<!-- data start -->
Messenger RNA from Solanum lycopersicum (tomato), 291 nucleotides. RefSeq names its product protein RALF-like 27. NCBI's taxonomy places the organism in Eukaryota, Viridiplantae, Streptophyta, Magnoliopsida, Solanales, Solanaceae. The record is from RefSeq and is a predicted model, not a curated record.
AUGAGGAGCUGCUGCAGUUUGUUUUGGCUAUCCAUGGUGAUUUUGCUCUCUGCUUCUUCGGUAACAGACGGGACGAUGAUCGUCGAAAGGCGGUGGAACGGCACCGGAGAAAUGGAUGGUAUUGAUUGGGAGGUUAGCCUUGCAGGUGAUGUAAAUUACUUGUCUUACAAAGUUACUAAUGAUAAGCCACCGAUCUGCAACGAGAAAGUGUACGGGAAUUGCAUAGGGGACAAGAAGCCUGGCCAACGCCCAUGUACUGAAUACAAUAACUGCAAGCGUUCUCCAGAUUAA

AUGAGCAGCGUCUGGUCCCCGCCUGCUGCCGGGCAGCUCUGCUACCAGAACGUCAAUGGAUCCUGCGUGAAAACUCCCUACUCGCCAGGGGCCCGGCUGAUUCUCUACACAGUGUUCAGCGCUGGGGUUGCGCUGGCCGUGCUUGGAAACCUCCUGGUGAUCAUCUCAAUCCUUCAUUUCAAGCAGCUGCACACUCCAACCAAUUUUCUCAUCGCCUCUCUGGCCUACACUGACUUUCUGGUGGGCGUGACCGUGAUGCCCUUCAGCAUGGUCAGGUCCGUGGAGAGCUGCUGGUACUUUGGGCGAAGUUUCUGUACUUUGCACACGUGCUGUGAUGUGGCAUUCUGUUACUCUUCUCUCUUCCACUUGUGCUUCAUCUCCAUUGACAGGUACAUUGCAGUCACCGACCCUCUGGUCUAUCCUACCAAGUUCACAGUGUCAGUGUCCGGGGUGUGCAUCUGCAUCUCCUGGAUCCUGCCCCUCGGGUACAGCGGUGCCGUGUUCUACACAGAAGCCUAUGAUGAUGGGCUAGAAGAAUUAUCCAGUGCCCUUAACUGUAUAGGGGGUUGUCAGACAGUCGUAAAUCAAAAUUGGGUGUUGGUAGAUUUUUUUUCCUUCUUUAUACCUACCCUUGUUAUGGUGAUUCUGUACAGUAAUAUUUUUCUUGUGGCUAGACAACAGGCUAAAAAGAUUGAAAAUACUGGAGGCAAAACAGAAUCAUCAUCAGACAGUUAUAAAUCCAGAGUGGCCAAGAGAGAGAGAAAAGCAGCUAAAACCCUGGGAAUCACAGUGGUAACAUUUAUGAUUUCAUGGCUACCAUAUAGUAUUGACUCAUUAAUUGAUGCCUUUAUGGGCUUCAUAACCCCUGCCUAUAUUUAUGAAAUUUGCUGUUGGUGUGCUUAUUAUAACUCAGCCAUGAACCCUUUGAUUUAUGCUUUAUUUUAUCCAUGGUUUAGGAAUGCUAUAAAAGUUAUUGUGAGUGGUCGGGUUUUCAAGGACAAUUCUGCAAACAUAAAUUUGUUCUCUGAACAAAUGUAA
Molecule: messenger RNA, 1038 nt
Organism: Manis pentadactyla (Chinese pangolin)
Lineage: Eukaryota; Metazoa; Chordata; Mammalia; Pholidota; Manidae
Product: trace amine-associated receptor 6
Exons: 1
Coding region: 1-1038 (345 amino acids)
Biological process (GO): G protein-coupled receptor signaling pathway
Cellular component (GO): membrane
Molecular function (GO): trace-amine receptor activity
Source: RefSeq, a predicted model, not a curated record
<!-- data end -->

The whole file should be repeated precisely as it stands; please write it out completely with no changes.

Messenger RNA from Solanum lycopersicum (tomato), 291 nucleotides. RefSeq names its product protein RALF-like 27. NCBI's taxonomy places the organism in Eukaryota, Viridiplantae, Streptophyta, Magnoliopsida, Solanales, Solanaceae. The record is from RefSeq and is a predicted model, not a curated record.
AUGAGGAGCUGCUGCAGUUUGUUUUGGCUAUCCAUGGUGAUUUUGCUCUCUGCUUCUUCGGUAACAGACGGGACGAUGAUCGUCGAAAGGCGGUGGAACGGCACCGGAGAAAUGGAUGGUAUUGAUUGGGAGGUUAGCCUUGCAGGUGAUGUAAAUUACUUGUCUUACAAAGUUACUAAUGAUAAGCCACCGAUCUGCAACGAGAAAGUGUACGGGAAUUGCAUAGGGGACAAGAAGCCUGGCCAACGCCCAUGUACUGAAUACAAUAACUGCAAGCGUUCUCCAGAUUAA

AUGAGCAGCGUCUGGUCCCCGCCUGCUGCCGGGCAGCUCUGCUACCAGAACGUCAAUGGAUCCUGCGUGAAAACUCCCUACUCGCCAGGGGCCCGGCUGAUUCUCUACACAGUGUUCAGCGCUGGGGUUGCGCUGGCCGUGCUUGGAAACCUCCUGGUGAUCAUCUCAAUCCUUCAUUUCAAGCAGCUGCACACUCCAACCAAUUUUCUCAUCGCCUCUCUGGCCUACACUGACUUUCUGGUGGGCGUGACCGUGAUGCCCUUCAGCAUGGUCAGGUCCGUGGAGAGCUGCUGGUACUUUGGGCGAAGUUUCUGUACUUUGCACACGUGCUGUGAUGUGGCAUUCUGUUACUCUUCUCUCUUCCACUUGUGCUUCAUCUCCAUUGACAGGUACAUUGCAGUCACCGACCCUCUGGUCUAUCCUACCAAGUUCACAGUGUCAGUGUCCGGGGUGUGCAUCUGCAUCUCCUGGAUCCUGCCCCUCGGGUACAGCGGUGCCGUGUUCUACACAGAAGCCUAUGAUGAUGGGCUAGAAGAAUUAUCCAGUGCCCUUAACUGUAUAGGGGGUUGUCAGACAGUCGUAAAUCAAAAUUGGGUGUUGGUAGAUUUUUUUUCCUUCUUUAUACCUACCCUUGUUAUGGUGAUUCUGUACAGUAAUAUUUUUCUUGUGGCUAGACAACAGGCUAAAAAGAUUGAAAAUACUGGAGGCAAAACAGAAUCAUCAUCAGACAGUUAUAAAUCCAGAGUGGCCAAGAGAGAGAGAAAAGCAGCUAAAACCCUGGGAAUCACAGUGGUAACAUUUAUGAUUUCAUGGCUACCAUAUAGUAUUGACUCAUUAAUUGAUGCCUUUAUGGGCUUCAUAACCCCUGCCUAUAUUUAUGAAAUUUGCUGUUGGUGUGCUUAUUAUAACUCAGCCAUGAACCCUUUGAUUUAUGCUUUAUUUUAUCCAUGGUUUAGGAAUGCUAUAAAAGUUAUUGUGAGUGGUCGGGUUUUCAAGGACAAUUCUGCAAACAUAAAUUUGUUCUCUGAACAAAUGUAA
Molecule: messenger RNA, 1038 nt
Organism: Manis pentadactyla (Chinese pangolin)
Lineage: Eukaryota; Metazoa; Chordata; Mammalia; Pholidota; Manidae
Product: trace amine-associated receptor 6
Exons: 1
Coding region: 1-1038 (345 amino acids)
Biological process (GO): G protein-coupled receptor signaling pathway
Cellular component (GO): membrane
Molecular function (GO): trace-amine receptor activity
Source: RefSeq, a predicted model, not a curated record